Purpose. We examined the pattern of single-nucleotide polymorphisms (SNPs) of gemcitabine metabolism-related and target genes in breast cancer patients and evaluated their association with drug response or toxicity. Patients and Methods. SNPs in deoxycytidine kinase (dCK), deoxycytidine monophosphate deaminase (DCTD), and ribonucleotide reductase M1 polypeptide (RRM1) were analyzed with genomic DNA of 10 breast cancer cell lines, 74 peripheral blood mononuclear cell (PBMC) samples from advanced breast cancer patients treated with gemcitabine, and 56 PBMC samples from healthy volunteers. Results. The incidences of SNPs of breast cancer patients were 1.4% in dCK (626 A>G), 10.8% in DCTD (315 T>C), 40.5% in the first RRM1 (1082 C>A), 44.6% in the second RRM1 (2455 A>G), 44.6% in the third RRM1 (2464 G>A), and 23% in two RRM1 sites (2455A>G and 2464G>A) that were similar to those of the normal control group. We found a double SNP of RRM1 (2455 A>G and 2464 G>A) to be the novel haplotype that was associated with a lower frequency of chemotherapy-induced toxicity, such as neutropenia (p < .01) and G-CSF requirement (p > .005). Conclusion. RRM1 haplotype showed an association with susceptibility to gemcitabine monotherapy in breast cancer patients.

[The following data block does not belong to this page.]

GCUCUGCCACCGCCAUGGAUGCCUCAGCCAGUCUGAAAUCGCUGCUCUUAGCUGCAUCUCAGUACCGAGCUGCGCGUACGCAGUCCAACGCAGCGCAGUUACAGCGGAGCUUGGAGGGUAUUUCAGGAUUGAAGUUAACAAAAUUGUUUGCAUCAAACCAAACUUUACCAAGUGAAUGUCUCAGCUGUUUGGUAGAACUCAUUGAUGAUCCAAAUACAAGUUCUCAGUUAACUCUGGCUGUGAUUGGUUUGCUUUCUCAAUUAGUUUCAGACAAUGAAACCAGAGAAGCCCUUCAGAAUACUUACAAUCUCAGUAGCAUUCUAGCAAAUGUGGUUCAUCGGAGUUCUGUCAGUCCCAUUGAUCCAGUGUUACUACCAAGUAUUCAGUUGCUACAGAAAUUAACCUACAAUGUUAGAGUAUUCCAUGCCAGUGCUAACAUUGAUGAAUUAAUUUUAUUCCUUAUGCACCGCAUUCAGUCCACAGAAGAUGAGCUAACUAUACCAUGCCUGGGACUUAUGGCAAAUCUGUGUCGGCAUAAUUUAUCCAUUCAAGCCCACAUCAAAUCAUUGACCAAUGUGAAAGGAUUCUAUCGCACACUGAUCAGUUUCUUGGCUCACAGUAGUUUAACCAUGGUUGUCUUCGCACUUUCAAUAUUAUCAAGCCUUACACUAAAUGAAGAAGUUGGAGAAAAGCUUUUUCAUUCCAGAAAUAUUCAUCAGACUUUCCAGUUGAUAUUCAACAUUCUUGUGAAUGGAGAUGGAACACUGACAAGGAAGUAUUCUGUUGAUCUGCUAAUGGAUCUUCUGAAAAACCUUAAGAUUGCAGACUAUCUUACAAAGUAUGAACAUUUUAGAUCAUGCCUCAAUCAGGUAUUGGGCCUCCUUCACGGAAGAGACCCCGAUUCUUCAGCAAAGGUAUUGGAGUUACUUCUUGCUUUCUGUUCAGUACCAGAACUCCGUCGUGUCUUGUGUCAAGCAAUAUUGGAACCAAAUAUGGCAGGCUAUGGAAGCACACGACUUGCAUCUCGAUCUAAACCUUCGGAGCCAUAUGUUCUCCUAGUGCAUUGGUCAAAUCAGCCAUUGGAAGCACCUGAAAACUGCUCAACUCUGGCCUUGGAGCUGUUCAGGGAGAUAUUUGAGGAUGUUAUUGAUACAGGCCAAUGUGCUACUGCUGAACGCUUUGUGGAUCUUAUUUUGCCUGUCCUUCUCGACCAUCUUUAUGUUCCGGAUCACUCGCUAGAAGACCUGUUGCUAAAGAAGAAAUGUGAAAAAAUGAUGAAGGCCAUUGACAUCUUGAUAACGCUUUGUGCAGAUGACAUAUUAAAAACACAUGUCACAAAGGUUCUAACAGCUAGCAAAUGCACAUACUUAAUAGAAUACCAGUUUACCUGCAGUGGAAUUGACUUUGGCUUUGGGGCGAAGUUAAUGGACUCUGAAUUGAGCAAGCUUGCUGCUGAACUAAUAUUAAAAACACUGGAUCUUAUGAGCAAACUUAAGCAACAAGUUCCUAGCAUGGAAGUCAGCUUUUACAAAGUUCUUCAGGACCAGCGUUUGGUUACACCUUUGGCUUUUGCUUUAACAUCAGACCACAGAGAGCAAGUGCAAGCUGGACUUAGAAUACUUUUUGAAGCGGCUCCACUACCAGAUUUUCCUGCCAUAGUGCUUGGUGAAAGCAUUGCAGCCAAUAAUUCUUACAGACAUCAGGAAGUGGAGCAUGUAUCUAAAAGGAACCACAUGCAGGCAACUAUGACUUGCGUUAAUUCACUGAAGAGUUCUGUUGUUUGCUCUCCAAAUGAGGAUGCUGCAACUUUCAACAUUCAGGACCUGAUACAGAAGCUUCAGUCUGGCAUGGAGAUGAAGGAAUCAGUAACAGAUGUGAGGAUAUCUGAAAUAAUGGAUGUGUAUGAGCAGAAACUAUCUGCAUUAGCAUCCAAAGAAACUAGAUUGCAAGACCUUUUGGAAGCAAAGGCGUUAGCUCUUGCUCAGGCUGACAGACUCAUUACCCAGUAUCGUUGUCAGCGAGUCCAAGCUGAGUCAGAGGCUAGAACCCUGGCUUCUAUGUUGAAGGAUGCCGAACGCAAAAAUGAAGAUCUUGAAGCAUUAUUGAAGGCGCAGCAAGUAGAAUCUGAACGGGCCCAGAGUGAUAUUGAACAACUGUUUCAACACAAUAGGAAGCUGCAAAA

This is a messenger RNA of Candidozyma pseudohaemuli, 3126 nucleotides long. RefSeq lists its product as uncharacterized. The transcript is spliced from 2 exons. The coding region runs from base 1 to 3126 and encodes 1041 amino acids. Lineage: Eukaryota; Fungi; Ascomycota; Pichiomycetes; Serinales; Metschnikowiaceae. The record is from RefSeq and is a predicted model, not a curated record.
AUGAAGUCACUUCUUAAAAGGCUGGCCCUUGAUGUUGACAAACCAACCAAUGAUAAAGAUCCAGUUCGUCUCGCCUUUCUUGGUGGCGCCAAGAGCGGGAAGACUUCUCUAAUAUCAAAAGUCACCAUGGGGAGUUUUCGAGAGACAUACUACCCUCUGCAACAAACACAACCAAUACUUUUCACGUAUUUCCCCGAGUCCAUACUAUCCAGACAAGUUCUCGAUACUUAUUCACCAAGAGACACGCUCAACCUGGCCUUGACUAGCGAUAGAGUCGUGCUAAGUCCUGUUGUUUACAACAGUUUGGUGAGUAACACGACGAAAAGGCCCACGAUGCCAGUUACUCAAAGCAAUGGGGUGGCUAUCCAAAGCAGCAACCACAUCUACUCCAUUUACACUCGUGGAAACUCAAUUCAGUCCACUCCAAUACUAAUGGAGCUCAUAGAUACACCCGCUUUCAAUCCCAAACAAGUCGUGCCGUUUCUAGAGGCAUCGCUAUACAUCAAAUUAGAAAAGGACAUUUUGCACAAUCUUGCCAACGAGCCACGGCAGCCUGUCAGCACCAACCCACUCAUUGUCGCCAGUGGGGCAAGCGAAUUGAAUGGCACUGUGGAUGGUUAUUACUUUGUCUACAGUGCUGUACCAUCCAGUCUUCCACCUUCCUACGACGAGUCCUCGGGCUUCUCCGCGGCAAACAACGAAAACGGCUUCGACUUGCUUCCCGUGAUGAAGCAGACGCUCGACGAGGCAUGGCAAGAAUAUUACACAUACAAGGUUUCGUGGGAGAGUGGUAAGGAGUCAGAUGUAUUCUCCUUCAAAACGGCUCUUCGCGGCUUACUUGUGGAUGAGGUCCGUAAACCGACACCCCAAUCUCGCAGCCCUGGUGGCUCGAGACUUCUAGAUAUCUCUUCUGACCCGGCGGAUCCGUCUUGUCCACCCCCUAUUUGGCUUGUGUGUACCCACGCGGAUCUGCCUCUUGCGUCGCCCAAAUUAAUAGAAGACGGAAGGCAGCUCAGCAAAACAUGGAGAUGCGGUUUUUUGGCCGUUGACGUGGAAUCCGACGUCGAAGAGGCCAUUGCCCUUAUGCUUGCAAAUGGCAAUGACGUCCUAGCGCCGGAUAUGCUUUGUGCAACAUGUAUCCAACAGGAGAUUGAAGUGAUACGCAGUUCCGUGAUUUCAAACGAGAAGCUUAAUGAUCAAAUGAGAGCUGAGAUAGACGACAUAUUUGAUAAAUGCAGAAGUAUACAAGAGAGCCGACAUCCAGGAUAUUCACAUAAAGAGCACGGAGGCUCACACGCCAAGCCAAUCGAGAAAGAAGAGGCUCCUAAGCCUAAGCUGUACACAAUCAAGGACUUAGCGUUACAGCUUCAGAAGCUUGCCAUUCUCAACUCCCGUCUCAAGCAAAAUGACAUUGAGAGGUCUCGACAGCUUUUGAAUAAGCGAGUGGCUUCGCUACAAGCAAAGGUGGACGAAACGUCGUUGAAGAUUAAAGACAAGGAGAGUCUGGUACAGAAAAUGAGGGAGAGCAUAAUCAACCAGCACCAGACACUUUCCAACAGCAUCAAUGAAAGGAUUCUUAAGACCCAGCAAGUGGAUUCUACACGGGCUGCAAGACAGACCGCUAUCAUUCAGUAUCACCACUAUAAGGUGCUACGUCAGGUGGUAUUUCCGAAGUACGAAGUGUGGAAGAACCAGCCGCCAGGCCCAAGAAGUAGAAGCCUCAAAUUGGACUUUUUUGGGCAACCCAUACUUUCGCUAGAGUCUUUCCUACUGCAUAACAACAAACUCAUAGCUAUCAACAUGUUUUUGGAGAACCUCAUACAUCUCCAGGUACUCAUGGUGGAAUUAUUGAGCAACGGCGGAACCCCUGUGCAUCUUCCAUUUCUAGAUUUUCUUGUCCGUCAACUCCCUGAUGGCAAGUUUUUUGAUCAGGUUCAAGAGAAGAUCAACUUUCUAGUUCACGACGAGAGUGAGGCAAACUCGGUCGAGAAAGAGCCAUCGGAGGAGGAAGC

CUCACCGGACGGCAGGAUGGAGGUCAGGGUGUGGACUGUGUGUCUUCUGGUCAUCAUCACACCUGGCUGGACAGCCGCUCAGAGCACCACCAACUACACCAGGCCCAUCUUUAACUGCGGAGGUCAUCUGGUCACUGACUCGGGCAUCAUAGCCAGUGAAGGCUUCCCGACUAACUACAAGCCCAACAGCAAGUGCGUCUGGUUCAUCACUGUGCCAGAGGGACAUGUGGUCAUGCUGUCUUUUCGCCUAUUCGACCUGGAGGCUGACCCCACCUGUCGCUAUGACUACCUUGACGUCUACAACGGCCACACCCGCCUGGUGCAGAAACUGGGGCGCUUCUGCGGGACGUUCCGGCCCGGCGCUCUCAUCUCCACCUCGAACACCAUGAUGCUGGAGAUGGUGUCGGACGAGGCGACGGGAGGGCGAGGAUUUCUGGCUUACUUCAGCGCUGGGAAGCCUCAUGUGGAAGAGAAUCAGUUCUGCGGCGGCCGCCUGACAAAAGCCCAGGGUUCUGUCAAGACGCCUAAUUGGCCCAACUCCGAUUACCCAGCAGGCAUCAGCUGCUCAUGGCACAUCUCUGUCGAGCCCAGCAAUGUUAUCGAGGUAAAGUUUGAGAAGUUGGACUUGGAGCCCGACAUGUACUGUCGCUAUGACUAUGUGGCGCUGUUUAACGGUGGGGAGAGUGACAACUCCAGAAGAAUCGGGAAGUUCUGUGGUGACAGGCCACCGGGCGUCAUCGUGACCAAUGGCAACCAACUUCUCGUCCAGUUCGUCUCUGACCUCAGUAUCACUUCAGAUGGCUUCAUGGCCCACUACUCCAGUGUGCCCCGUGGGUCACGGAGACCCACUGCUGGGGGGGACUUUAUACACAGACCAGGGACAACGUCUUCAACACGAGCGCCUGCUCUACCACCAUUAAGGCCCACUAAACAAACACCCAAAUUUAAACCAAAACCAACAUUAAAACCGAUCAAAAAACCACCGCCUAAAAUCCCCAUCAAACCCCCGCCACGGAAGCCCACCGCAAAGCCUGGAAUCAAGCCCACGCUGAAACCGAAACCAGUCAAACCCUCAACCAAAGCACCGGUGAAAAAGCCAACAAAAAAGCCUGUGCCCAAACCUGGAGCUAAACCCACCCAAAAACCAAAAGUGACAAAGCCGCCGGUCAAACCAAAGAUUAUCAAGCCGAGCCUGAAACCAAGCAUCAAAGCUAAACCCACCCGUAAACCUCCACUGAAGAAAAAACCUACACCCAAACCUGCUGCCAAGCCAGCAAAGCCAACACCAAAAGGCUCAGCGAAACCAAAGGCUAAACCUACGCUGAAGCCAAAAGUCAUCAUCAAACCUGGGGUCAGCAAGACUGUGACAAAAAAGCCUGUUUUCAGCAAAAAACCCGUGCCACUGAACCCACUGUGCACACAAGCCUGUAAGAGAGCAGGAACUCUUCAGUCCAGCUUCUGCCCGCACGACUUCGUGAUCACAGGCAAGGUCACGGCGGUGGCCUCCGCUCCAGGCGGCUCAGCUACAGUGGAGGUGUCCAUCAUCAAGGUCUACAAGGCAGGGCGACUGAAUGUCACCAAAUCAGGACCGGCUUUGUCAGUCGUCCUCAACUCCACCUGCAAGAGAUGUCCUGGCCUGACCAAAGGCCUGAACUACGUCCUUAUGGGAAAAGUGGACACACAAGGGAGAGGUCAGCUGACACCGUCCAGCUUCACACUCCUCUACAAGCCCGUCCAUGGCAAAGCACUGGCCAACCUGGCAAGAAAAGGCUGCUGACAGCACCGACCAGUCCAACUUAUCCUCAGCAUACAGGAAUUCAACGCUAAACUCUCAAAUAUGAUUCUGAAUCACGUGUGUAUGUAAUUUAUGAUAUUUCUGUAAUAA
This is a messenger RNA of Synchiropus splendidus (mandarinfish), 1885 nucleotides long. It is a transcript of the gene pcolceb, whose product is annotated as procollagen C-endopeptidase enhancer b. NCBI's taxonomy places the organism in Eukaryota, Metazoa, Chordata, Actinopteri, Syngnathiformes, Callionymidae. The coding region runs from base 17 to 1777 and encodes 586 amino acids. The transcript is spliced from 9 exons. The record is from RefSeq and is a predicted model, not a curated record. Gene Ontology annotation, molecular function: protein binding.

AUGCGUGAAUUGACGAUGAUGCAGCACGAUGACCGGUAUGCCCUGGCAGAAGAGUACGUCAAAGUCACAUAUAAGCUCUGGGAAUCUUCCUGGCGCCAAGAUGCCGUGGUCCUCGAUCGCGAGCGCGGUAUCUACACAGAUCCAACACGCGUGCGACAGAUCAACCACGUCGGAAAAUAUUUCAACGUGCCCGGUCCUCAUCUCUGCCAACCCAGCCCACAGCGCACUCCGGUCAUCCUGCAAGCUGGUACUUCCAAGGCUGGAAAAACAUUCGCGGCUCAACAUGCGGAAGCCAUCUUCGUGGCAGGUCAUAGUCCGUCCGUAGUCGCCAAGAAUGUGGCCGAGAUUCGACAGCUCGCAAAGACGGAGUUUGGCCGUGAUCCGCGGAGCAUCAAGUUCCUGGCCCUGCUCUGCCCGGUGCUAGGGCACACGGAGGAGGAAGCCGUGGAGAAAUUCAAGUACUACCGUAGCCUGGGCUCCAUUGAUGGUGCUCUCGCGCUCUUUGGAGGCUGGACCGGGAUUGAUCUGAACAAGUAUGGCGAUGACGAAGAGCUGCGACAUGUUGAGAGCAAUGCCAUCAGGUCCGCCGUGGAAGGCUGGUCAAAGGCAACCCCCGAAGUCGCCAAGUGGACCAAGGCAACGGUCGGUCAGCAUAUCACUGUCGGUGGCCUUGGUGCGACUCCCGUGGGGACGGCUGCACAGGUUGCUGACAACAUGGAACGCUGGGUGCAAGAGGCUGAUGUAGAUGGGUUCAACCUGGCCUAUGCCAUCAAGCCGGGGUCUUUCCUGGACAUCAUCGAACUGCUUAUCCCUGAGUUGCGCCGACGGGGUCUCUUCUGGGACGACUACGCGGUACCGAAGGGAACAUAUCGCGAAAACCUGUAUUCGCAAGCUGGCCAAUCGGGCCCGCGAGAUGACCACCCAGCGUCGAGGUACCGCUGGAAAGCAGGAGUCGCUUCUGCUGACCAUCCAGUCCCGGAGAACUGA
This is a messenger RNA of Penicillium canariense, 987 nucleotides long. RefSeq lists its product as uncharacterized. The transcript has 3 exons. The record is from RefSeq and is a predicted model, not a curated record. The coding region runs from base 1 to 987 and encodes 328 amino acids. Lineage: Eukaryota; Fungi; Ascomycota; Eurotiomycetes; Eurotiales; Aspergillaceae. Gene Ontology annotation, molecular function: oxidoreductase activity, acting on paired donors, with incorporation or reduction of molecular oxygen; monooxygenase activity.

All Science Journal Classification (ASJC) codes
- Cancer Research